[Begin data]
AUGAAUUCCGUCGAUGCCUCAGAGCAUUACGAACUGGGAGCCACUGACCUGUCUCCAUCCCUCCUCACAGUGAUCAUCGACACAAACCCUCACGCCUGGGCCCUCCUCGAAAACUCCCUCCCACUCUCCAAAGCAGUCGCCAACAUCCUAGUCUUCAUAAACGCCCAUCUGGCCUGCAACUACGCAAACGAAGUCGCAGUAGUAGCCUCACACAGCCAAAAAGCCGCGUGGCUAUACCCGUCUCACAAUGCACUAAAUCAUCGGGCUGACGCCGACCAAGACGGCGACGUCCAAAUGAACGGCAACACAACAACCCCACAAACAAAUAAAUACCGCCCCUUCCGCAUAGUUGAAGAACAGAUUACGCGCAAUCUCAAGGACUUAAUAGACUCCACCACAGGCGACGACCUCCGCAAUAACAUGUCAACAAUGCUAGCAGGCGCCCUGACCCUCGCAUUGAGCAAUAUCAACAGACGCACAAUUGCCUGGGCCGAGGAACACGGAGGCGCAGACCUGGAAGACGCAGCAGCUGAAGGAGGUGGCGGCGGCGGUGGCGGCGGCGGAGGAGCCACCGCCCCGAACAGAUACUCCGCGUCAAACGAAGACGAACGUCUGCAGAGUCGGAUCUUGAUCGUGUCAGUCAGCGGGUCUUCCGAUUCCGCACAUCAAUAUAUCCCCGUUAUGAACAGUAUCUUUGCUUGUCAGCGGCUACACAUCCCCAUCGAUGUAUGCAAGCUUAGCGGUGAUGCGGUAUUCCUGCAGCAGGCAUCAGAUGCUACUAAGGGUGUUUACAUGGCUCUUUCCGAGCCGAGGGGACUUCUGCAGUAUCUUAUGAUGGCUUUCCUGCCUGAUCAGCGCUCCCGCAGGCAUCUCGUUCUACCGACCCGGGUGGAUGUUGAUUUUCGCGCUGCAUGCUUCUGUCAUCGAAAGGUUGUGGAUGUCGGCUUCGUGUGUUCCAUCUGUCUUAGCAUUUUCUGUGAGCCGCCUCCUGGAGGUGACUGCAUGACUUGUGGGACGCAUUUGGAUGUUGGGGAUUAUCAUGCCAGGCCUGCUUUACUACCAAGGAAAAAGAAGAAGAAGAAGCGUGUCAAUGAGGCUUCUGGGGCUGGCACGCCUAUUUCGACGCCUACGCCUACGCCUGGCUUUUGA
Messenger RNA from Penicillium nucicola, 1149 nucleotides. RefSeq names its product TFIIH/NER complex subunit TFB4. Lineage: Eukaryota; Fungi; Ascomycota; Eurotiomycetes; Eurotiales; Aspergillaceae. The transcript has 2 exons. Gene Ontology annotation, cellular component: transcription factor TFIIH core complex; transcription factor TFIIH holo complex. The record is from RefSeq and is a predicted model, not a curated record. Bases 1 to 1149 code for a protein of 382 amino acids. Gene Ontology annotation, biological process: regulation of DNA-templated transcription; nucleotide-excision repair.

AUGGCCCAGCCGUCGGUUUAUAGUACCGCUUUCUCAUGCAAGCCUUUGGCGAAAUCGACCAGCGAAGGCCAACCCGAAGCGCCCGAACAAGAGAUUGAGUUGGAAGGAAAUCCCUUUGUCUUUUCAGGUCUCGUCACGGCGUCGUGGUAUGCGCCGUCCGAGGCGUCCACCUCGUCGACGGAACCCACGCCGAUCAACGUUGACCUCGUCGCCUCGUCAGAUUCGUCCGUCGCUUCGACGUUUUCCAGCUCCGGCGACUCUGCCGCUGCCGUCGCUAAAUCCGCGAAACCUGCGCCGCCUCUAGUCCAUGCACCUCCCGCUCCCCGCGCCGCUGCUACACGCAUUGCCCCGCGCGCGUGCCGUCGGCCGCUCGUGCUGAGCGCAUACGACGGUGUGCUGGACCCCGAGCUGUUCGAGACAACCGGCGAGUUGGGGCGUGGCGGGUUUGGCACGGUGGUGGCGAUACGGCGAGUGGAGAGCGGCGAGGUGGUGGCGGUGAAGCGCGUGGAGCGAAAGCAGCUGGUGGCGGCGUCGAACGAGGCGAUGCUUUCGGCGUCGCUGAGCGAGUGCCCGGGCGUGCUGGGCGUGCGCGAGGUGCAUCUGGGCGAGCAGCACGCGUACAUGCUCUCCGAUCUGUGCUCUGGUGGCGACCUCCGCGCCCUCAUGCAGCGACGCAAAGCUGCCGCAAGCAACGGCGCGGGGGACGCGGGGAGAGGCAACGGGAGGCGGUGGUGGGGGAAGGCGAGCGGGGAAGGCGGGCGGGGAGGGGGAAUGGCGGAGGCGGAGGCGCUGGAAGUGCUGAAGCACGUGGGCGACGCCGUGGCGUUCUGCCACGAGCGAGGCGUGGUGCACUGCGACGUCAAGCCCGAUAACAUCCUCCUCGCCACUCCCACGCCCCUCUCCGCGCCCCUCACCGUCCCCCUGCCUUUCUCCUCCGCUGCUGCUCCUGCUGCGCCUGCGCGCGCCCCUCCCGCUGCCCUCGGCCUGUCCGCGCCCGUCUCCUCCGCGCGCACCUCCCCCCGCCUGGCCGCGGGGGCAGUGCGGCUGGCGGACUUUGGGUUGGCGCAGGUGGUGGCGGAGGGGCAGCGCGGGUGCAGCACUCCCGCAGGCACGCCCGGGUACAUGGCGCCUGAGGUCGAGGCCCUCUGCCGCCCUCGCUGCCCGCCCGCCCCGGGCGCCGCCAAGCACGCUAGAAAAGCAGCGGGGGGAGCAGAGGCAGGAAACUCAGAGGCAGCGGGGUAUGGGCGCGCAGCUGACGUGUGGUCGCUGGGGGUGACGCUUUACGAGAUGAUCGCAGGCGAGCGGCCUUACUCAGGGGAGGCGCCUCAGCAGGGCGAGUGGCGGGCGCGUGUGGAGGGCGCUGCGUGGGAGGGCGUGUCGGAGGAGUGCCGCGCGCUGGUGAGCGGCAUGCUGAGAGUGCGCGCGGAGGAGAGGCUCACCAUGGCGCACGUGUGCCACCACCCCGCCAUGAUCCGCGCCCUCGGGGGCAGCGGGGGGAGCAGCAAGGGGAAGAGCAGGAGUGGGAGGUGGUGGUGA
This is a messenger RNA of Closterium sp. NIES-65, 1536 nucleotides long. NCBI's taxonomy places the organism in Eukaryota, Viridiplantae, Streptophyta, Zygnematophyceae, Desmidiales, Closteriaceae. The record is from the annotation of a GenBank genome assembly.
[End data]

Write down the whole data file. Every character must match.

AUGAAUUCCGUCGAUGCCUCAGAGCAUUACGAACUGGGAGCCACUGACCUGUCUCCAUCCCUCCUCACAGUGAUCAUCGACACAAACCCUCACGCCUGGGCCCUCCUCGAAAACUCCCUCCCACUCUCCAAAGCAGUCGCCAACAUCCUAGUCUUCAUAAACGCCCAUCUGGCCUGCAACUACGCAAACGAAGUCGCAGUAGUAGCCUCACACAGCCAAAAAGCCGCGUGGCUAUACCCGUCUCACAAUGCACUAAAUCAUCGGGCUGACGCCGACCAAGACGGCGACGUCCAAAUGAACGGCAACACAACAACCCCACAAACAAAUAAAUACCGCCCCUUCCGCAUAGUUGAAGAACAGAUUACGCGCAAUCUCAAGGACUUAAUAGACUCCACCACAGGCGACGACCUCCGCAAUAACAUGUCAACAAUGCUAGCAGGCGCCCUGACCCUCGCAUUGAGCAAUAUCAACAGACGCACAAUUGCCUGGGCCGAGGAACACGGAGGCGCAGACCUGGAAGACGCAGCAGCUGAAGGAGGUGGCGGCGGCGGUGGCGGCGGCGGAGGAGCCACCGCCCCGAACAGAUACUCCGCGUCAAACGAAGACGAACGUCUGCAGAGUCGGAUCUUGAUCGUGUCAGUCAGCGGGUCUUCCGAUUCCGCACAUCAAUAUAUCCCCGUUAUGAACAGUAUCUUUGCUUGUCAGCGGCUACACAUCCCCAUCGAUGUAUGCAAGCUUAGCGGUGAUGCGGUAUUCCUGCAGCAGGCAUCAGAUGCUACUAAGGGUGUUUACAUGGCUCUUUCCGAGCCGAGGGGACUUCUGCAGUAUCUUAUGAUGGCUUUCCUGCCUGAUCAGCGCUCCCGCAGGCAUCUCGUUCUACCGACCCGGGUGGAUGUUGAUUUUCGCGCUGCAUGCUUCUGUCAUCGAAAGGUUGUGGAUGUCGGCUUCGUGUGUUCCAUCUGUCUUAGCAUUUUCUGUGAGCCGCCUCCUGGAGGUGACUGCAUGACUUGUGGGACGCAUUUGGAUGUUGGGGAUUAUCAUGCCAGGCCUGCUUUACUACCAAGGAAAAAGAAGAAGAAGAAGCGUGUCAAUGAGGCUUCUGGGGCUGGCACGCCUAUUUCGACGCCUACGCCUACGCCUGGCUUUUGA
Messenger RNA from Penicillium nucicola, 1149 nucleotides. RefSeq names its product TFIIH/NER complex subunit TFB4. Lineage: Eukaryota; Fungi; Ascomycota; Eurotiomycetes; Eurotiales; Aspergillaceae. The transcript has 2 exons. Gene Ontology annotation, cellular component: transcription factor TFIIH core complex; transcription factor TFIIH holo complex. The record is from RefSeq and is a predicted model, not a curated record. Bases 1 to 1149 code for a protein of 382 amino acids. Gene Ontology annotation, biological process: regulation of DNA-templated transcription; nucleotide-excision repair.

AUGGCCCAGCCGUCGGUUUAUAGUACCGCUUUCUCAUGCAAGCCUUUGGCGAAAUCGACCAGCGAAGGCCAACCCGAAGCGCCCGAACAAGAGAUUGAGUUGGAAGGAAAUCCCUUUGUCUUUUCAGGUCUCGUCACGGCGUCGUGGUAUGCGCCGUCCGAGGCGUCCACCUCGUCGACGGAACCCACGCCGAUCAACGUUGACCUCGUCGCCUCGUCAGAUUCGUCCGUCGCUUCGACGUUUUCCAGCUCCGGCGACUCUGCCGCUGCCGUCGCUAAAUCCGCGAAACCUGCGCCGCCUCUAGUCCAUGCACCUCCCGCUCCCCGCGCCGCUGCUACACGCAUUGCCCCGCGCGCGUGCCGUCGGCCGCUCGUGCUGAGCGCAUACGACGGUGUGCUGGACCCCGAGCUGUUCGAGACAACCGGCGAGUUGGGGCGUGGCGGGUUUGGCACGGUGGUGGCGAUACGGCGAGUGGAGAGCGGCGAGGUGGUGGCGGUGAAGCGCGUGGAGCGAAAGCAGCUGGUGGCGGCGUCGAACGAGGCGAUGCUUUCGGCGUCGCUGAGCGAGUGCCCGGGCGUGCUGGGCGUGCGCGAGGUGCAUCUGGGCGAGCAGCACGCGUACAUGCUCUCCGAUCUGUGCUCUGGUGGCGACCUCCGCGCCCUCAUGCAGCGACGCAAAGCUGCCGCAAGCAACGGCGCGGGGGACGCGGGGAGAGGCAACGGGAGGCGGUGGUGGGGGAAGGCGAGCGGGGAAGGCGGGCGGGGAGGGGGAAUGGCGGAGGCGGAGGCGCUGGAAGUGCUGAAGCACGUGGGCGACGCCGUGGCGUUCUGCCACGAGCGAGGCGUGGUGCACUGCGACGUCAAGCCCGAUAACAUCCUCCUCGCCACUCCCACGCCCCUCUCCGCGCCCCUCACCGUCCCCCUGCCUUUCUCCUCCGCUGCUGCUCCUGCUGCGCCUGCGCGCGCCCCUCCCGCUGCCCUCGGCCUGUCCGCGCCCGUCUCCUCCGCGCGCACCUCCCCCCGCCUGGCCGCGGGGGCAGUGCGGCUGGCGGACUUUGGGUUGGCGCAGGUGGUGGCGGAGGGGCAGCGCGGGUGCAGCACUCCCGCAGGCACGCCCGGGUACAUGGCGCCUGAGGUCGAGGCCCUCUGCCGCCCUCGCUGCCCGCCCGCCCCGGGCGCCGCCAAGCACGCUAGAAAAGCAGCGGGGGGAGCAGAGGCAGGAAACUCAGAGGCAGCGGGGUAUGGGCGCGCAGCUGACGUGUGGUCGCUGGGGGUGACGCUUUACGAGAUGAUCGCAGGCGAGCGGCCUUACUCAGGGGAGGCGCCUCAGCAGGGCGAGUGGCGGGCGCGUGUGGAGGGCGCUGCGUGGGAGGGCGUGUCGGAGGAGUGCCGCGCGCUGGUGAGCGGCAUGCUGAGAGUGCGCGCGGAGGAGAGGCUCACCAUGGCGCACGUGUGCCACCACCCCGCCAUGAUCCGCGCCCUCGGGGGCAGCGGGGGGAGCAGCAAGGGGAAGAGCAGGAGUGGGAGGUGGUGGUGA
This is a messenger RNA of Closterium sp. NIES-65, 1536 nucleotides long. NCBI's taxonomy places the organism in Eukaryota, Viridiplantae, Streptophyta, Zygnematophyceae, Desmidiales, Closteriaceae. The record is from the annotation of a GenBank genome assembly.